Reap: Part 8

At least I could take them in video games. Hal had thrown ships from the Human Ascendancy, the Alliance, machine race clans, various independent human groups from inside the Quarantine, and Abominators (just in case) against me.

I tried to think about fighting in near-space. It was weird because your weapons didn’t hit as hard because they leaked into other realities—including ours—in small amounts. You could fly through starships and even asteroids If they were small enough. Plus, you’d eventually be moving faster than light, allowing your battles to cross the solar system, while also allowing you to get close enough to planets to use their features to hide your ship—within limits. If you got too close, a planets’ gravity would pull you out of near-space and into real-space.

What was the practical application of all that? I flew straight toward the system’s gas giant. It had upwards of 10 moons. I hadn’t counted them all, but it was enough to hide behind. The only bad point about the idea was that we’d have to dodge weapons during the trip. On the bright side, it would only take us eight minutes to get there—longer since I’d be taking evasive maneuvers the entire way.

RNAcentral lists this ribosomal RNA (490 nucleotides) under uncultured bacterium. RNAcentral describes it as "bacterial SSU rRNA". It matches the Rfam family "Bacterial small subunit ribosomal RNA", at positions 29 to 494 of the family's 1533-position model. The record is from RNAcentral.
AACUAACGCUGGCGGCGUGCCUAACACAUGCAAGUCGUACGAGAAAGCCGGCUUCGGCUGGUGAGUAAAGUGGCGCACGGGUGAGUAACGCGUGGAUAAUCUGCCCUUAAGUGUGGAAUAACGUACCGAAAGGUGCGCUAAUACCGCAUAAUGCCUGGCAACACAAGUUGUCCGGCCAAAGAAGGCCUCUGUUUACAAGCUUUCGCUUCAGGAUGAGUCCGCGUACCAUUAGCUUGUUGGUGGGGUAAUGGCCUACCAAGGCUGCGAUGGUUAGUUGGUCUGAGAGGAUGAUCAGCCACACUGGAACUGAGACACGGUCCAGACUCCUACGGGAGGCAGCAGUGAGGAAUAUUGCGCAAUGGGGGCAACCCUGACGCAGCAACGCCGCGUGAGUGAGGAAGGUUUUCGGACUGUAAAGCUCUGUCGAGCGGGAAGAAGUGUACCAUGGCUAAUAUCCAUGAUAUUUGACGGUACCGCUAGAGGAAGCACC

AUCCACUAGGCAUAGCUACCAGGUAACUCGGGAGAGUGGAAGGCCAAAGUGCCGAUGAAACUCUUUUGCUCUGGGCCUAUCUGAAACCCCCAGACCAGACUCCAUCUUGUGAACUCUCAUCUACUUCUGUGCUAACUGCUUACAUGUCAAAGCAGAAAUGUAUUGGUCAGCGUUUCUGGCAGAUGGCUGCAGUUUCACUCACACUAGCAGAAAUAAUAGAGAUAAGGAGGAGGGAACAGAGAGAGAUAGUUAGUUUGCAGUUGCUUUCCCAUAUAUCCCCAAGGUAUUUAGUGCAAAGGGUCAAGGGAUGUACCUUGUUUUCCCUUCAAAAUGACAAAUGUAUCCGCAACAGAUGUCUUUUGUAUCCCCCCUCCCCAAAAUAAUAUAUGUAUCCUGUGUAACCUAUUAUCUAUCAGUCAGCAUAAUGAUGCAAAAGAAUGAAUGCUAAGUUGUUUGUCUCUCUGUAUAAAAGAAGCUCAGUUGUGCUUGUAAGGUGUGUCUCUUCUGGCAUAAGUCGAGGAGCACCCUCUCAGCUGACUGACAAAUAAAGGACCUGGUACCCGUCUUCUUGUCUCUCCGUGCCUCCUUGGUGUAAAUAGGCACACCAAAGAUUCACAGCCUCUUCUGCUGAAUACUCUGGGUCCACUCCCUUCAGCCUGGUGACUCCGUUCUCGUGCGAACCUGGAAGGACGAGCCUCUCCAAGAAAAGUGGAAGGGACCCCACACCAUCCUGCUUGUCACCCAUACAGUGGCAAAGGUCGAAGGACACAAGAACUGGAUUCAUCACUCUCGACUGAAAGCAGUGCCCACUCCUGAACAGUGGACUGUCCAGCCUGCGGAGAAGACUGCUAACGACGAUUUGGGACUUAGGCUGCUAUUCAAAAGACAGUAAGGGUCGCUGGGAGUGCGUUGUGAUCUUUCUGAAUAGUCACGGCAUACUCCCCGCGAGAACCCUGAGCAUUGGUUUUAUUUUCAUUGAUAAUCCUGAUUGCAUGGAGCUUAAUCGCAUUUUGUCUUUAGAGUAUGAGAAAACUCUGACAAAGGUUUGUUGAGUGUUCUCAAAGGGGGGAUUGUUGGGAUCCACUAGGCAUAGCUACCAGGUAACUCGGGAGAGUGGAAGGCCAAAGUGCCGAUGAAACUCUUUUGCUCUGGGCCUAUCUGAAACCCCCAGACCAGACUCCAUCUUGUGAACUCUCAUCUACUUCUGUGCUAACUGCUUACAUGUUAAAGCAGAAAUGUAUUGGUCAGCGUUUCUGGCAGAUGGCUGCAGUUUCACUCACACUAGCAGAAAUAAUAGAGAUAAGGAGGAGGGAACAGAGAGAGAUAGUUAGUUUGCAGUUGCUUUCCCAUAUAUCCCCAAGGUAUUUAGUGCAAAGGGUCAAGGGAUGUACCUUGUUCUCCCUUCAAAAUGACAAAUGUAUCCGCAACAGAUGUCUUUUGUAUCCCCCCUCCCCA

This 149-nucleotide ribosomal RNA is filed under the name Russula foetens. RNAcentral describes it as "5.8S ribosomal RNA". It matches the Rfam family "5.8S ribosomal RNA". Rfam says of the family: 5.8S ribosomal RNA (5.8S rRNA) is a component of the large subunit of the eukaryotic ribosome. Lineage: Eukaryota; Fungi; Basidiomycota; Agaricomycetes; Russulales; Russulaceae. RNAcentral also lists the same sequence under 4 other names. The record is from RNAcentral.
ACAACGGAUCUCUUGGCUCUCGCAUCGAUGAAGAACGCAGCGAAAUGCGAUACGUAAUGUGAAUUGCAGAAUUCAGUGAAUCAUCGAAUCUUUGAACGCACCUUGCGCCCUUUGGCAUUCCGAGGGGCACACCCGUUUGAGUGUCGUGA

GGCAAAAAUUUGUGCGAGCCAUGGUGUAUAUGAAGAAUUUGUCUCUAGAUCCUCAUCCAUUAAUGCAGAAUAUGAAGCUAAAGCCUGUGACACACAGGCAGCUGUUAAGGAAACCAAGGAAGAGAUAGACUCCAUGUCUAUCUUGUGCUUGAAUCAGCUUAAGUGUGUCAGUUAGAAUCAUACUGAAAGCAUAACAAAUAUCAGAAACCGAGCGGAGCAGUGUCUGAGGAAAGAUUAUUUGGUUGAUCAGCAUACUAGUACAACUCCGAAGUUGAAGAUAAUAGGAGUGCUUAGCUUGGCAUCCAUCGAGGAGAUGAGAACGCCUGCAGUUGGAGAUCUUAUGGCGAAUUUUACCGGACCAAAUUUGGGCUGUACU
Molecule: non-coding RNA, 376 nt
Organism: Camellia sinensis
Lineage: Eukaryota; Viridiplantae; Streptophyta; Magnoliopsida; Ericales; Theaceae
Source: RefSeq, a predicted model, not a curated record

I didn’t have a choice. The ship’s shields hid the ship at night or in normal space (provided the sun wasn’t in the background), but in near-space, a shielded ship stood out more to a ship’s sensors. We weren’t going to lose them.

The main gun was on the front so we couldn’t use that as easily as we’d have liked to. Marcus had to use the smaller guns that could be pointed backward in order for us to fire at anyone or anything at all. Their shields helped them the same way ours did us, absorbing the hit.

We did even try the main gun and I say “we” because it was complicated. Marcus charged it and I flipped the ship around in place, letting the forward momentum carry us but turning the ship around completely. He fired, hitting once. In that one shot, he happened to fire as the fighter jerked to the left to get out of his direct line of fire—exactly what it needed to do, but not as quickly as it needed to do it.